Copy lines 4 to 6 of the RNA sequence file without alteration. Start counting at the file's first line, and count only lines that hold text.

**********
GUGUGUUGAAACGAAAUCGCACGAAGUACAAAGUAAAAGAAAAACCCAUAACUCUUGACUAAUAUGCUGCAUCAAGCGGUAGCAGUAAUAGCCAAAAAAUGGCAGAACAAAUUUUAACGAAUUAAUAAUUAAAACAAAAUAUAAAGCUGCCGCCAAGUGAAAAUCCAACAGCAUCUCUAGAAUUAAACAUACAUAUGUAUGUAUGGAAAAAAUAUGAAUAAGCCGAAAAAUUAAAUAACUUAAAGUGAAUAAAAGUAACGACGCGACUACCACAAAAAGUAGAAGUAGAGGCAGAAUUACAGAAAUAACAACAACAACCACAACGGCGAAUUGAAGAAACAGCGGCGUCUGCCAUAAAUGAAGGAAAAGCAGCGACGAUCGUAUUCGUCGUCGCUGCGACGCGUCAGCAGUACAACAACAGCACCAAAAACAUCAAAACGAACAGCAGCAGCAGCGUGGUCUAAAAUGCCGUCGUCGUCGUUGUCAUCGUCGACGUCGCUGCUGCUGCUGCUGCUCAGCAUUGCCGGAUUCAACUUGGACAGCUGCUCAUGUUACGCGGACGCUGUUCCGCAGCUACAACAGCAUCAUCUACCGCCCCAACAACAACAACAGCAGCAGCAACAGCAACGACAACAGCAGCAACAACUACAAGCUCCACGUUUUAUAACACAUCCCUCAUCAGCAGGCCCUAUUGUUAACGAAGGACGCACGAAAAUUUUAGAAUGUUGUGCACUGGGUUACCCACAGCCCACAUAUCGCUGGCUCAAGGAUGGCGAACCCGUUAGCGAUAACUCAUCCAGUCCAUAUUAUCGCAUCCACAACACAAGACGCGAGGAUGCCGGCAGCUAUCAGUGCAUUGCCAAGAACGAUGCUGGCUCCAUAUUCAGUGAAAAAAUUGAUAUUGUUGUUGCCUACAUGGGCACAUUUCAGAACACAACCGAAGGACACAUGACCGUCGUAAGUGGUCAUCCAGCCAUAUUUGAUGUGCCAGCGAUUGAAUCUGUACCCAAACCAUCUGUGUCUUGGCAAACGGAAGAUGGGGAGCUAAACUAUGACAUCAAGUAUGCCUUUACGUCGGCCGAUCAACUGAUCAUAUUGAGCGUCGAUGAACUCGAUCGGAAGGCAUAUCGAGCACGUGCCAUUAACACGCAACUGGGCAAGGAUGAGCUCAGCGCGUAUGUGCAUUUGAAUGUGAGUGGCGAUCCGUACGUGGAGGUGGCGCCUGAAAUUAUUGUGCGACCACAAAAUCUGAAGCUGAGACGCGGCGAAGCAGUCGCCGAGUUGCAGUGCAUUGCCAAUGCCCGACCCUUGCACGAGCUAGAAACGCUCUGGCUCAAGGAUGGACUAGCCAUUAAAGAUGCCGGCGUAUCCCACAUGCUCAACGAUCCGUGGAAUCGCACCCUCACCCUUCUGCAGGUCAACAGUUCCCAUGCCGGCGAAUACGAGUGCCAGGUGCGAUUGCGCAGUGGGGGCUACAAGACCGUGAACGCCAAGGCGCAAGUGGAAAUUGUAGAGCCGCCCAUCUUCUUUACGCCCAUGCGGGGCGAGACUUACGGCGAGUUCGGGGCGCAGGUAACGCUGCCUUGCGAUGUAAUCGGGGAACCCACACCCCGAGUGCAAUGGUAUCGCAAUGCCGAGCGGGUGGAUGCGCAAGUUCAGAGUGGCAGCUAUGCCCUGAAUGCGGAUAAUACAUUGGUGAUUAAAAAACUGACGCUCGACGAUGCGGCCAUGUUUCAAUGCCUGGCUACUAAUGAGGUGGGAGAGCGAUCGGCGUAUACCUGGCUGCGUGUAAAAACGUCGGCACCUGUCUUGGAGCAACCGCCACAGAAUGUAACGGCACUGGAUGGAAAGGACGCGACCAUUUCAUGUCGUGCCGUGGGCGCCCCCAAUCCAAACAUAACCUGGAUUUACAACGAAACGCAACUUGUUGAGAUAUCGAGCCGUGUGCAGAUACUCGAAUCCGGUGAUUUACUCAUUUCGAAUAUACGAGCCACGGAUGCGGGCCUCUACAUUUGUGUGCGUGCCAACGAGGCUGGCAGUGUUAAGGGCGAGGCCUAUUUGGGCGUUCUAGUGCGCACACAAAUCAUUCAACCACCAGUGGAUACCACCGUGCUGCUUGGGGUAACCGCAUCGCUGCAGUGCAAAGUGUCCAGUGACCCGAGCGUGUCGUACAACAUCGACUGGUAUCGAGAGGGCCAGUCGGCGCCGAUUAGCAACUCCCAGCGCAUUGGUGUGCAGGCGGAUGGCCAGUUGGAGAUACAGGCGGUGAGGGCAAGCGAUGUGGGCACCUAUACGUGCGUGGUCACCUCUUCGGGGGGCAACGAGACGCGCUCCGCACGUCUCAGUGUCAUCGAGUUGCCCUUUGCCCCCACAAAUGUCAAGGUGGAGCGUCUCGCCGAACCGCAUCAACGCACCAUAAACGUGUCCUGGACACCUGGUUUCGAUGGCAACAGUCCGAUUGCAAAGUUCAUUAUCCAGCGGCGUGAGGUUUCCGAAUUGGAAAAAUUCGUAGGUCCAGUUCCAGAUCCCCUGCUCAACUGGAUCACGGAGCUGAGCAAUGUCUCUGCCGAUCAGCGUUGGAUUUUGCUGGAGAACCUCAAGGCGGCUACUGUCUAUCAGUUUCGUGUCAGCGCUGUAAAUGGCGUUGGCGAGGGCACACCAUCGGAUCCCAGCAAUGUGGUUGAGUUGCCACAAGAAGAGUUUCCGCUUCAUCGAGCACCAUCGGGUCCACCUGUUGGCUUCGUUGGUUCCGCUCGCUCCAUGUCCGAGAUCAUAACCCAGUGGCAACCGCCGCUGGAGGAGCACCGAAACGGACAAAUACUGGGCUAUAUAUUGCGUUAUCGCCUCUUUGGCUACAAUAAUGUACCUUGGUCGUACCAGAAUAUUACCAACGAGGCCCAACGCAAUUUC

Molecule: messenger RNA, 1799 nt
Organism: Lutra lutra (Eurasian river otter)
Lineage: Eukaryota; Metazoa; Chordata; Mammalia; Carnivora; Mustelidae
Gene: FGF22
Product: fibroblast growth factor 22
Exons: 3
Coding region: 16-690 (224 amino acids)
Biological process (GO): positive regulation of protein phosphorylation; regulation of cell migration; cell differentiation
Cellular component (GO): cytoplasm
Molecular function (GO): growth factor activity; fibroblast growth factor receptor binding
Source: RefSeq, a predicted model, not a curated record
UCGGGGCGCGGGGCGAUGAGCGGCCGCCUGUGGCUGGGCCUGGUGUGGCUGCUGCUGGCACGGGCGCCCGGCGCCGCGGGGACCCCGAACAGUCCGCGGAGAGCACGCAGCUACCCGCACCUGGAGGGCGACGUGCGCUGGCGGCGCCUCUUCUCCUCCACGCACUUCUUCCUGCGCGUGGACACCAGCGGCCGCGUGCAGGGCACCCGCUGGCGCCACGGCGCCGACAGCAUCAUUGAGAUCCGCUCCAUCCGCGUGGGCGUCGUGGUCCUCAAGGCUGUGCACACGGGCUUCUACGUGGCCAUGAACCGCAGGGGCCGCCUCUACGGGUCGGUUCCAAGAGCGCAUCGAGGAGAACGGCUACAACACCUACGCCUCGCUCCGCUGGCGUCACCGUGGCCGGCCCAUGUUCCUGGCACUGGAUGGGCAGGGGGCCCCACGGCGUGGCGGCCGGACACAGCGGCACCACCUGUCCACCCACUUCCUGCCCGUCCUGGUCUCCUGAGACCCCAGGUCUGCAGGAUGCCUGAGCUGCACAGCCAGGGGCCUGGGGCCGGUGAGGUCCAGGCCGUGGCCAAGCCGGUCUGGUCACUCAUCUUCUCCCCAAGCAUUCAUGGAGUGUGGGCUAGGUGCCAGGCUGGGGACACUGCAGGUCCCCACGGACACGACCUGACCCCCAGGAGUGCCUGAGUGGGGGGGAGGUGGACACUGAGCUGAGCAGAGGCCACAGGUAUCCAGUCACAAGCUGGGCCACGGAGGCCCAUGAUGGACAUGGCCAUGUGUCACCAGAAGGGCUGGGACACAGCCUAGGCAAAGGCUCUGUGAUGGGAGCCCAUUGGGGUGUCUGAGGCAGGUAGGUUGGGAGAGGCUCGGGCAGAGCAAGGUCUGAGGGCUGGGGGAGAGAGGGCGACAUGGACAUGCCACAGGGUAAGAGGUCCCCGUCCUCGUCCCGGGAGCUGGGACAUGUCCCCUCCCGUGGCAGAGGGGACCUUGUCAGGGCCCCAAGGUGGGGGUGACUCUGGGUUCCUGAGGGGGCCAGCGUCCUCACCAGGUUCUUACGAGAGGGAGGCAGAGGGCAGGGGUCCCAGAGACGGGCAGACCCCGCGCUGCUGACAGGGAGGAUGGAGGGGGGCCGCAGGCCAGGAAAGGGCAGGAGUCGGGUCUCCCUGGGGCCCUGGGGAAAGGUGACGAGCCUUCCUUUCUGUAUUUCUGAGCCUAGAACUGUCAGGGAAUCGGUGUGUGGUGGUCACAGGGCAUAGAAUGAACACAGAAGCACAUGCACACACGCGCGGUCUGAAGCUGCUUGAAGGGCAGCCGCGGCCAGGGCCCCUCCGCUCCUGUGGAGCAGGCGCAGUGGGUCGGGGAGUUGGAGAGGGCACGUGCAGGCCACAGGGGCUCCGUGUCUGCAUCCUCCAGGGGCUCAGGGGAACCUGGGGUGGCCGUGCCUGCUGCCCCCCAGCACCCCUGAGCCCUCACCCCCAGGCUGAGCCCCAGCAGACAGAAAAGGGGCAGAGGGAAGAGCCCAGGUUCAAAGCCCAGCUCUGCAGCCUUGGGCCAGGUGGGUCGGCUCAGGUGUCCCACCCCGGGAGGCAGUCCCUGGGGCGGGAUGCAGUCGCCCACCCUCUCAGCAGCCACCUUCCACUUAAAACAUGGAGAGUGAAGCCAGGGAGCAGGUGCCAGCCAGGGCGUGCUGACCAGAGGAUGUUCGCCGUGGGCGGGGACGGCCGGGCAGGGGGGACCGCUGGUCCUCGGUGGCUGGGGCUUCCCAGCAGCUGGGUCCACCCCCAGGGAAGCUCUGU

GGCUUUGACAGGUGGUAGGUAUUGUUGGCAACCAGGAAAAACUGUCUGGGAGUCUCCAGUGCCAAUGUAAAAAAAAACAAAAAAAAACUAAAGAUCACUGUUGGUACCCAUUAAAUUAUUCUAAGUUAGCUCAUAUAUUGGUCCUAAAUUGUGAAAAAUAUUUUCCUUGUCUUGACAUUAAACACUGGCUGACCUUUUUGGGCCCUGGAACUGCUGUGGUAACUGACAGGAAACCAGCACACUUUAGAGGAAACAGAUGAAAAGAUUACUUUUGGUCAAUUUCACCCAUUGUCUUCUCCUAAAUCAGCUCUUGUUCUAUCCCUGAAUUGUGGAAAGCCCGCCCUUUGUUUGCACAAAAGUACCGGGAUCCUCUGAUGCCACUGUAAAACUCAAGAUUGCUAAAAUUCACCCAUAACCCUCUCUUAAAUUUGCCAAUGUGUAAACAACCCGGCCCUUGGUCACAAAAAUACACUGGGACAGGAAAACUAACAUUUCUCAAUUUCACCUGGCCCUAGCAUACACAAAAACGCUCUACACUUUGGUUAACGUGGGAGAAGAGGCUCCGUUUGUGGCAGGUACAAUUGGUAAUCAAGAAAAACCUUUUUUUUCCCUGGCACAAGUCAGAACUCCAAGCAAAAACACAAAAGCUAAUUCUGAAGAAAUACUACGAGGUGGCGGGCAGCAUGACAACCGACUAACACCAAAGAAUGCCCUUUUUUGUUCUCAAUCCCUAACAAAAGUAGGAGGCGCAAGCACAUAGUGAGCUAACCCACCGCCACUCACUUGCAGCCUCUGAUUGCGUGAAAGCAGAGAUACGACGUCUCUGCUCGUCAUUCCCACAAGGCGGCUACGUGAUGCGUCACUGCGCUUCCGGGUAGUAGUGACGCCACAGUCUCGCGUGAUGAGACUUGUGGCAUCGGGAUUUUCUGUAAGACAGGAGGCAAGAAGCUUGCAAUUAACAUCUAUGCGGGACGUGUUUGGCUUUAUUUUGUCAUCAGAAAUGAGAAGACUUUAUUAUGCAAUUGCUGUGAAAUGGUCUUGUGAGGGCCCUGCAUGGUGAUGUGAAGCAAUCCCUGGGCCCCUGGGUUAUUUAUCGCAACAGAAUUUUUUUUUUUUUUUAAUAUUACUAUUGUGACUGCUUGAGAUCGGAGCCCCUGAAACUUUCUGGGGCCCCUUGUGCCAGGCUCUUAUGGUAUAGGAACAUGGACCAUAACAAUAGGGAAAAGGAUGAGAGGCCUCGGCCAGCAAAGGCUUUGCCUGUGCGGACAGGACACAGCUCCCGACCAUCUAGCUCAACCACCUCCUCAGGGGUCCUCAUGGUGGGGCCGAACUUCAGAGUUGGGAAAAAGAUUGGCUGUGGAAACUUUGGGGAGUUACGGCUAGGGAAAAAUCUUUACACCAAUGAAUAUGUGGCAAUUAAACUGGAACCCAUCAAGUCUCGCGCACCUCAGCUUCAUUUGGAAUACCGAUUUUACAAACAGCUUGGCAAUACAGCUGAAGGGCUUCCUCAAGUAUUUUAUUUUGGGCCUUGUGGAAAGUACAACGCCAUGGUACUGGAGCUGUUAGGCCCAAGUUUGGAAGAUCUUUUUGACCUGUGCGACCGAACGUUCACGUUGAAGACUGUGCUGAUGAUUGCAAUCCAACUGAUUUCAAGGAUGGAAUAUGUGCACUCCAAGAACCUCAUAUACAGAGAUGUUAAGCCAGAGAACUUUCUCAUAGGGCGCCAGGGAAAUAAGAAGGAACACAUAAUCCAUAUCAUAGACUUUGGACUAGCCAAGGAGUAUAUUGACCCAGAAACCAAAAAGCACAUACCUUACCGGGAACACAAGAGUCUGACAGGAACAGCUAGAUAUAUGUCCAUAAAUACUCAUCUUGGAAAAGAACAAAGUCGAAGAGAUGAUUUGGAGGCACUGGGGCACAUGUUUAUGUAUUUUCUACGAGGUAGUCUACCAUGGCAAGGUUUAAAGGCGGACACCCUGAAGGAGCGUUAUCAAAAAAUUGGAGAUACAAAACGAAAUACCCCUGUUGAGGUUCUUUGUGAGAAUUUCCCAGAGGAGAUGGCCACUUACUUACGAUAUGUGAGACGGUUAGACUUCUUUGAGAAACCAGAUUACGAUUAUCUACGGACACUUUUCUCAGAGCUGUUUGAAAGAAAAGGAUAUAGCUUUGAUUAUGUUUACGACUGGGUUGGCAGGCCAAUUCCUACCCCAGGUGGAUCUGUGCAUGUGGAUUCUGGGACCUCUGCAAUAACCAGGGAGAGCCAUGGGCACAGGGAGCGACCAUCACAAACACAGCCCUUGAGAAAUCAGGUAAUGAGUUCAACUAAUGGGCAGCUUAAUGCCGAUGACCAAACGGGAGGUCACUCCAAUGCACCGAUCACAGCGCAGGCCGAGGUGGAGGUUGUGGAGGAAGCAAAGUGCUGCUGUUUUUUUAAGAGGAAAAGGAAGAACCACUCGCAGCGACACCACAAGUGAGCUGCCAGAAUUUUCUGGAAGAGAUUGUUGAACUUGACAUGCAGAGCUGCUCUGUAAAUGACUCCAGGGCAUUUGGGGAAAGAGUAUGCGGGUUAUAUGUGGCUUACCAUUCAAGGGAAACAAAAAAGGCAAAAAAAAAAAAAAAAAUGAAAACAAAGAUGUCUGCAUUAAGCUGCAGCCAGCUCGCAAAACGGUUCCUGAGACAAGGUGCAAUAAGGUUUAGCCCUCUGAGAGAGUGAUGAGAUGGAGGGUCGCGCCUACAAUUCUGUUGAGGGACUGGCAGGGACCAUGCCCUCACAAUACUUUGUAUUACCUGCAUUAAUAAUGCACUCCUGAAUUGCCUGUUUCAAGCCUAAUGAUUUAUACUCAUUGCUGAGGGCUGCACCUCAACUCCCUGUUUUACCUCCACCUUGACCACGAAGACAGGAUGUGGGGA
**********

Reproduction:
Lineage: Eukaryota; Metazoa; Chordata; Mammalia; Carnivora; Mustelidae
Gene: FGF22
Product: fibroblast growth factor 22